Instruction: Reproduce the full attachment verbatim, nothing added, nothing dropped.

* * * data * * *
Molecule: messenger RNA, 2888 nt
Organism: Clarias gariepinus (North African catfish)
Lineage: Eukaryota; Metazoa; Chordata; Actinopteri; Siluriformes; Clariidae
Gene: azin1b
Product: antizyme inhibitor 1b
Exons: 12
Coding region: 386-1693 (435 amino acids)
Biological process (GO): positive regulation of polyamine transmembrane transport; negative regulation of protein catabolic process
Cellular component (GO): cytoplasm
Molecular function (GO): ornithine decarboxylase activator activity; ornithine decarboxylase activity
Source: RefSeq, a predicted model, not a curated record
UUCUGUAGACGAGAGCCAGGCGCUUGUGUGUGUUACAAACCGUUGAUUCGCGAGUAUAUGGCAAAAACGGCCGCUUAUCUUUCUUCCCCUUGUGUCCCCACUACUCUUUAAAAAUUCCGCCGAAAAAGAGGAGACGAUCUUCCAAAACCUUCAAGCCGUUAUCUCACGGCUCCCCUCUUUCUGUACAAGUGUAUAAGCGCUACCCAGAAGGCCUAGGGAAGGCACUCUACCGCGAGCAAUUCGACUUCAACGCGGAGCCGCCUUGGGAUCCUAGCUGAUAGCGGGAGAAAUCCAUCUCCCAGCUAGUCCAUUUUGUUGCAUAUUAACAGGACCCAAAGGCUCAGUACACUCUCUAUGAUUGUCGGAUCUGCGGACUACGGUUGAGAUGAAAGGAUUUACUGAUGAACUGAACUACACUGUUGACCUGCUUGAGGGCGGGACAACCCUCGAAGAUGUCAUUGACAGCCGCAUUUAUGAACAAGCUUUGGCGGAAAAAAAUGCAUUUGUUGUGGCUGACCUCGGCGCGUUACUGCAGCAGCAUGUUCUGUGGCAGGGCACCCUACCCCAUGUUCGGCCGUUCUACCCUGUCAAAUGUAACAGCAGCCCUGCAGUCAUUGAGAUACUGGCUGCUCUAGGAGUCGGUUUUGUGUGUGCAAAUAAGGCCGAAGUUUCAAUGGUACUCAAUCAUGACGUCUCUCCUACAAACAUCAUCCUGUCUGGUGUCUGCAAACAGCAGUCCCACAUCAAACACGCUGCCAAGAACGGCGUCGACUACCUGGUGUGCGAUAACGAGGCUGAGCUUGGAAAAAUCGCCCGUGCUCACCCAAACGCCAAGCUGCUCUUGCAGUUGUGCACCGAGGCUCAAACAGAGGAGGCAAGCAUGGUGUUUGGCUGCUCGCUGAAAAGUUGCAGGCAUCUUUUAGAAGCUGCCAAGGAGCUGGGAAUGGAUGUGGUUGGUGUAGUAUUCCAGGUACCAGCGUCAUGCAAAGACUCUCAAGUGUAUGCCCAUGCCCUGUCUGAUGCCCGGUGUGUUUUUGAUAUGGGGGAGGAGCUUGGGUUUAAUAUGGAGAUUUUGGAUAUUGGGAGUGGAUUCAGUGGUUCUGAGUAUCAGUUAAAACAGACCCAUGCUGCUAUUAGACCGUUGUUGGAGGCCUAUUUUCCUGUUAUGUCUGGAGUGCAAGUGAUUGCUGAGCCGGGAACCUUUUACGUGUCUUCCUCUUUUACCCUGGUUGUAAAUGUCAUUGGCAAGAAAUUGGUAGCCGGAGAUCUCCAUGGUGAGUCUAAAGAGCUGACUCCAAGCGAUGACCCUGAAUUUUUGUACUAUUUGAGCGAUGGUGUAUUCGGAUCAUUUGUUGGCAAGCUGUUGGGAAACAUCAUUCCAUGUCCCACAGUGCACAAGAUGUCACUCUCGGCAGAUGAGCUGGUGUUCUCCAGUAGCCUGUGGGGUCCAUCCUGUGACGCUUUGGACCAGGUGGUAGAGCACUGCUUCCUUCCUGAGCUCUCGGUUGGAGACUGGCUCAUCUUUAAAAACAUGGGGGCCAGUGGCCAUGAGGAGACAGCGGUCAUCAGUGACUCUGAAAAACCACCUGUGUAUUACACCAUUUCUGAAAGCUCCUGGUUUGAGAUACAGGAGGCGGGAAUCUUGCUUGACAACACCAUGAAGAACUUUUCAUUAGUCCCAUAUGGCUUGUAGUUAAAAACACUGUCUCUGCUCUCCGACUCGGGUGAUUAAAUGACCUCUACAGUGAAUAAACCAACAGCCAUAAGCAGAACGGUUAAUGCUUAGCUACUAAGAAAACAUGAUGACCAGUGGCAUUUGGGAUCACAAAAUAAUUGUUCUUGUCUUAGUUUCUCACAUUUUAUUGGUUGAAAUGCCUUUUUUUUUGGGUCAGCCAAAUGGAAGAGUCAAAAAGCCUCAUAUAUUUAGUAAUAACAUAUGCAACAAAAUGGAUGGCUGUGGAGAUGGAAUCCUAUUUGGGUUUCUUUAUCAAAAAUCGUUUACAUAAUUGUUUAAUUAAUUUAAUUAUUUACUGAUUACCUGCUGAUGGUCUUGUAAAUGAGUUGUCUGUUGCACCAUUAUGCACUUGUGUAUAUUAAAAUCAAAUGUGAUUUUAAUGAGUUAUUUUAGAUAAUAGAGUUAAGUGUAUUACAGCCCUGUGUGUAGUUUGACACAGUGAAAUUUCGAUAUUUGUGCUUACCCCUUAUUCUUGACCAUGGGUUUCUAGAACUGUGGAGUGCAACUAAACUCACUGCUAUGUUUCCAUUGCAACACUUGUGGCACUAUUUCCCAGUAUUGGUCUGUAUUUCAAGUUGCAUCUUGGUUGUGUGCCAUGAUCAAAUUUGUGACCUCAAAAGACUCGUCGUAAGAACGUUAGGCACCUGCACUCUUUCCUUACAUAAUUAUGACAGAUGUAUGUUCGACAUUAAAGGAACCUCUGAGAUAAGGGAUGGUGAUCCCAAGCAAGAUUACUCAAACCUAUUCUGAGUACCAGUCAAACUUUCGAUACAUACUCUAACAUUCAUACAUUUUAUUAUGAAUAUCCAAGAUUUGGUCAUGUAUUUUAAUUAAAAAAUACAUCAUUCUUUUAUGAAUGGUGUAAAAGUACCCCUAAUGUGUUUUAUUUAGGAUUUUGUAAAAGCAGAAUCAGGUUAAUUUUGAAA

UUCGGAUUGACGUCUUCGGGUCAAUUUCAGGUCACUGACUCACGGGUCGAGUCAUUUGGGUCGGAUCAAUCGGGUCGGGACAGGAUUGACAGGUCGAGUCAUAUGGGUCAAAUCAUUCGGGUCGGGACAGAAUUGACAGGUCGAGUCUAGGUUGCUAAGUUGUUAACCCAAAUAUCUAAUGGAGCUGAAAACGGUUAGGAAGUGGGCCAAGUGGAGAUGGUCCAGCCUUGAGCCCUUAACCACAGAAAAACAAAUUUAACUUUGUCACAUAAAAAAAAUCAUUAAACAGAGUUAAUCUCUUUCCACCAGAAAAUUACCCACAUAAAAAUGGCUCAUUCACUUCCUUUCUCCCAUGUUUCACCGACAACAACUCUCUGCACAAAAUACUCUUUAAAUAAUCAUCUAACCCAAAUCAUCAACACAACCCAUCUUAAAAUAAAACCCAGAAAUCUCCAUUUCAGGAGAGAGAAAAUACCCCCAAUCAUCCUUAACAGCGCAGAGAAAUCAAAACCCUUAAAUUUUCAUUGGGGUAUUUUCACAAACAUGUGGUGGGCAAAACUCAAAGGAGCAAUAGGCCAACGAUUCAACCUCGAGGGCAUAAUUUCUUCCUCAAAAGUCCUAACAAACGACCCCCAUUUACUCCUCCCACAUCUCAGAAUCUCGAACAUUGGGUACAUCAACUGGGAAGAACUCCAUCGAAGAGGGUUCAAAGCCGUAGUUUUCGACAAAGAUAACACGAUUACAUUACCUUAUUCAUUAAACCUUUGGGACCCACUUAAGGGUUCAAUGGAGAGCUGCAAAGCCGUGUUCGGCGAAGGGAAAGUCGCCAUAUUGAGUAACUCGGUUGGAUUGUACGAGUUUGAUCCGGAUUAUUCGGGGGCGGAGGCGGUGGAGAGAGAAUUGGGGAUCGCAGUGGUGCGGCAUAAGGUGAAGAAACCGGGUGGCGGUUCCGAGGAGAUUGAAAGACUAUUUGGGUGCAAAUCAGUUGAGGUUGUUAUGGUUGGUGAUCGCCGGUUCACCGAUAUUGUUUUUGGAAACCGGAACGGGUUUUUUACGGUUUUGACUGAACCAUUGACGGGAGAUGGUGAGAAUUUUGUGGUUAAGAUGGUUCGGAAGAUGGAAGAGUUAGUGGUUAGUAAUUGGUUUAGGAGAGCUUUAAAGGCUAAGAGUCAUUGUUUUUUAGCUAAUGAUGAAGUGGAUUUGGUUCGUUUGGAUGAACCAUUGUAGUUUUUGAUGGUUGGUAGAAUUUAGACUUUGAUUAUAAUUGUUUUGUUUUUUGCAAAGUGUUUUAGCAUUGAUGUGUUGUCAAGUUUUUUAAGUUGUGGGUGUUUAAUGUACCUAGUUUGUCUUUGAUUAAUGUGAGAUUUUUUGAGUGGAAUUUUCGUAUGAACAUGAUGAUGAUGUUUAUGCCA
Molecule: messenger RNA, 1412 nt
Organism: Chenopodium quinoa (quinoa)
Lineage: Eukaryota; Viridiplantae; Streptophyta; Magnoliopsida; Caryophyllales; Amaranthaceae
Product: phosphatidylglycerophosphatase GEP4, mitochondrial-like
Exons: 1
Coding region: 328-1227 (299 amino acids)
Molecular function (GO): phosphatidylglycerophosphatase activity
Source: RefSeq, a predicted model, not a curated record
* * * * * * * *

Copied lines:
Molecule: messenger RNA, 2888 nt
Organism: Clarias gariepinus (North African catfish)
Lineage: Eukaryota; Metazoa; Chordata; Actinopteri; Siluriformes; Clariidae
Gene: azin1b
Product: antizyme inhibitor 1b
Exons: 12
Coding region: 386-1693 (435 amino acids)
Biological process (GO): positive regulation of polyamine transmembrane transport; negative regulation of protein catabolic process
Cellular component (GO): cytoplasm
Molecular function (GO): ornithine decarboxylase activator activity; ornithine decarboxylase activity
Source: RefSeq, a predicted model, not a curated record
UUCUGUAGACGAGAGCCAGGCGCUUGUGUGUGUUACAAACCGUUGAUUCGCGAGUAUAUGGCAAAAACGGCCGCUUAUCUUUCUUCCCCUUGUGUCCCCACUACUCUUUAAAAAUUCCGCCGAAAAAGAGGAGACGAUCUUCCAAAACCUUCAAGCCGUUAUCUCACGGCUCCCCUCUUUCUGUACAAGUGUAUAAGCGCUACCCAGAAGGCCUAGGGAAGGCACUCUACCGCGAGCAAUUCGACUUCAACGCGGAGCCGCCUUGGGAUCCUAGCUGAUAGCGGGAGAAAUCCAUCUCCCAGCUAGUCCAUUUUGUUGCAUAUUAACAGGACCCAAAGGCUCAGUACACUCUCUAUGAUUGUCGGAUCUGCGGACUACGGUUGAGAUGAAAGGAUUUACUGAUGAACUGAACUACACUGUUGACCUGCUUGAGGGCGGGACAACCCUCGAAGAUGUCAUUGACAGCCGCAUUUAUGAACAAGCUUUGGCGGAAAAAAAUGCAUUUGUUGUGGCUGACCUCGGCGCGUUACUGCAGCAGCAUGUUCUGUGGCAGGGCACCCUACCCCAUGUUCGGCCGUUCUACCCUGUCAAAUGUAACAGCAGCCCUGCAGUCAUUGAGAUACUGGCUGCUCUAGGAGUCGGUUUUGUGUGUGCAAAUAAGGCCGAAGUUUCAAUGGUACUCAAUCAUGACGUCUCUCCUACAAACAUCAUCCUGUCUGGUGUCUGCAAACAGCAGUCCCACAUCAAACACGCUGCCAAGAACGGCGUCGACUACCUGGUGUGCGAUAACGAGGCUGAGCUUGGAAAAAUCGCCCGUGCUCACCCAAACGCCAAGCUGCUCUUGCAGUUGUGCACCGAGGCUCAAACAGAGGAGGCAAGCAUGGUGUUUGGCUGCUCGCUGAAAAGUUGCAGGCAUCUUUUAGAAGCUGCCAAGGAGCUGGGAAUGGAUGUGGUUGGUGUAGUAUUCCAGGUACCAGCGUCAUGCAAAGACUCUCAAGUGUAUGCCCAUGCCCUGUCUGAUGCCCGGUGUGUUUUUGAUAUGGGGGAGGAGCUUGGGUUUAAUAUGGAGAUUUUGGAUAUUGGGAGUGGAUUCAGUGGUUCUGAGUAUCAGUUAAAACAGACCCAUGCUGCUAUUAGACCGUUGUUGGAGGCCUAUUUUCCUGUUAUGUCUGGAGUGCAAGUGAUUGCUGAGCCGGGAACCUUUUACGUGUCUUCCUCUUUUACCCUGGUUGUAAAUGUCAUUGGCAAGAAAUUGGUAGCCGGAGAUCUCCAUGGUGAGUCUAAAGAGCUGACUCCAAGCGAUGACCCUGAAUUUUUGUACUAUUUGAGCGAUGGUGUAUUCGGAUCAUUUGUUGGCAAGCUGUUGGGAAACAUCAUUCCAUGUCCCACAGUGCACAAGAUGUCACUCUCGGCAGAUGAGCUGGUGUUCUCCAGUAGCCUGUGGGGUCCAUCCUGUGACGCUUUGGACCAGGUGGUAGAGCACUGCUUCCUUCCUGAGCUCUCGGUUGGAGACUGGCUCAUCUUUAAAAACAUGGGGGCCAGUGGCCAUGAGGAGACAGCGGUCAUCAGUGACUCUGAAAAACCACCUGUGUAUUACACCAUUUCUGAAAGCUCCUGGUUUGAGAUACAGGAGGCGGGAAUCUUGCUUGACAACACCAUGAAGAACUUUUCAUUAGUCCCAUAUGGCUUGUAGUUAAAAACACUGUCUCUGCUCUCCGACUCGGGUGAUUAAAUGACCUCUACAGUGAAUAAACCAACAGCCAUAAGCAGAACGGUUAAUGCUUAGCUACUAAGAAAACAUGAUGACCAGUGGCAUUUGGGAUCACAAAAUAAUUGUUCUUGUCUUAGUUUCUCACAUUUUAUUGGUUGAAAUGCCUUUUUUUUUGGGUCAGCCAAAUGGAAGAGUCAAAAAGCCUCAUAUAUUUAGUAAUAACAUAUGCAACAAAAUGGAUGGCUGUGGAGAUGGAAUCCUAUUUGGGUUUCUUUAUCAAAAAUCGUUUACAUAAUUGUUUAAUUAAUUUAAUUAUUUACUGAUUACCUGCUGAUGGUCUUGUAAAUGAGUUGUCUGUUGCACCAUUAUGCACUUGUGUAUAUUAAAAUCAAAUGUGAUUUUAAUGAGUUAUUUUAGAUAAUAGAGUUAAGUGUAUUACAGCCCUGUGUGUAGUUUGACACAGUGAAAUUUCGAUAUUUGUGCUUACCCCUUAUUCUUGACCAUGGGUUUCUAGAACUGUGGAGUGCAACUAAACUCACUGCUAUGUUUCCAUUGCAACACUUGUGGCACUAUUUCCCAGUAUUGGUCUGUAUUUCAAGUUGCAUCUUGGUUGUGUGCCAUGAUCAAAUUUGUGACCUCAAAAGACUCGUCGUAAGAACGUUAGGCACCUGCACUCUUUCCUUACAUAAUUAUGACAGAUGUAUGUUCGACAUUAAAGGAACCUCUGAGAUAAGGGAUGGUGAUCCCAAGCAAGAUUACUCAAACCUAUUCUGAGUACCAGUCAAACUUUCGAUACAUACUCUAACAUUCAUACAUUUUAUUAUGAAUAUCCAAGAUUUGGUCAUGUAUUUUAAUUAAAAAAUACAUCAUUCUUUUAUGAAUGGUGUAAAAGUACCCCUAAUGUGUUUUAUUUAGGAUUUUGUAAAAGCAGAAUCAGGUUAAUUUUGAAA

UUCGGAUUGACGUCUUCGGGUCAAUUUCAGGUCACUGACUCACGGGUCGAGUCAUUUGGGUCGGAUCAAUCGGGUCGGGACAGGAUUGACAGGUCGAGUCAUAUGGGUCAAAUCAUUCGGGUCGGGACAGAAUUGACAGGUCGAGUCUAGGUUGCUAAGUUGUUAACCCAAAUAUCUAAUGGAGCUGAAAACGGUUAGGAAGUGGGCCAAGUGGAGAUGGUCCAGCCUUGAGCCCUUAACCACAGAAAAACAAAUUUAACUUUGUCACAUAAAAAAAAUCAUUAAACAGAGUUAAUCUCUUUCCACCAGAAAAUUACCCACAUAAAAAUGGCUCAUUCACUUCCUUUCUCCCAUGUUUCACCGACAACAACUCUCUGCACAAAAUACUCUUUAAAUAAUCAUCUAACCCAAAUCAUCAACACAACCCAUCUUAAAAUAAAACCCAGAAAUCUCCAUUUCAGGAGAGAGAAAAUACCCCCAAUCAUCCUUAACAGCGCAGAGAAAUCAAAACCCUUAAAUUUUCAUUGGGGUAUUUUCACAAACAUGUGGUGGGCAAAACUCAAAGGAGCAAUAGGCCAACGAUUCAACCUCGAGGGCAUAAUUUCUUCCUCAAAAGUCCUAACAAACGACCCCCAUUUACUCCUCCCACAUCUCAGAAUCUCGAACAUUGGGUACAUCAACUGGGAAGAACUCCAUCGAAGAGGGUUCAAAGCCGUAGUUUUCGACAAAGAUAACACGAUUACAUUACCUUAUUCAUUAAACCUUUGGGACCCACUUAAGGGUUCAAUGGAGAGCUGCAAAGCCGUGUUCGGCGAAGGGAAAGUCGCCAUAUUGAGUAACUCGGUUGGAUUGUACGAGUUUGAUCCGGAUUAUUCGGGGGCGGAGGCGGUGGAGAGAGAAUUGGGGAUCGCAGUGGUGCGGCAUAAGGUGAAGAAACCGGGUGGCGGUUCCGAGGAGAUUGAAAGACUAUUUGGGUGCAAAUCAGUUGAGGUUGUUAUGGUUGGUGAUCGCCGGUUCACCGAUAUUGUUUUUGGAAACCGGAACGGGUUUUUUACGGUUUUGACUGAACCAUUGACGGGAGAUGGUGAGAAUUUUGUGGUUAAGAUGGUUCGGAAGAUGGAAGAGUUAGUGGUUAGUAAUUGGUUUAGGAGAGCUUUAAAGGCUAAGAGUCAUUGUUUUUUAGCUAAUGAUGAAGUGGAUUUGGUUCGUUUGGAUGAACCAUUGUAGUUUUUGAUGGUUGGUAGAAUUUAGACUUUGAUUAUAAUUGUUUUGUUUUUUGCAAAGUGUUUUAGCAUUGAUGUGUUGUCAAGUUUUUUAAGUUGUGGGUGUUUAAUGUACCUAGUUUGUCUUUGAUUAAUGUGAGAUUUUUUGAGUGGAAUUUUCGUAUGAACAUGAUGAUGAUGUUUAUGCCA
Molecule: messenger RNA, 1412 nt
Organism: Chenopodium quinoa (quinoa)
Lineage: Eukaryota; Viridiplantae; Streptophyta; Magnoliopsida; Caryophyllales; Amaranthaceae
Product: phosphatidylglycerophosphatase GEP4, mitochondrial-like
Exons: 1
Coding region: 328-1227 (299 amino acids)
Molecular function (GO): phosphatidylglycerophosphatase activity
Source: RefSeq, a predicted model, not a curated record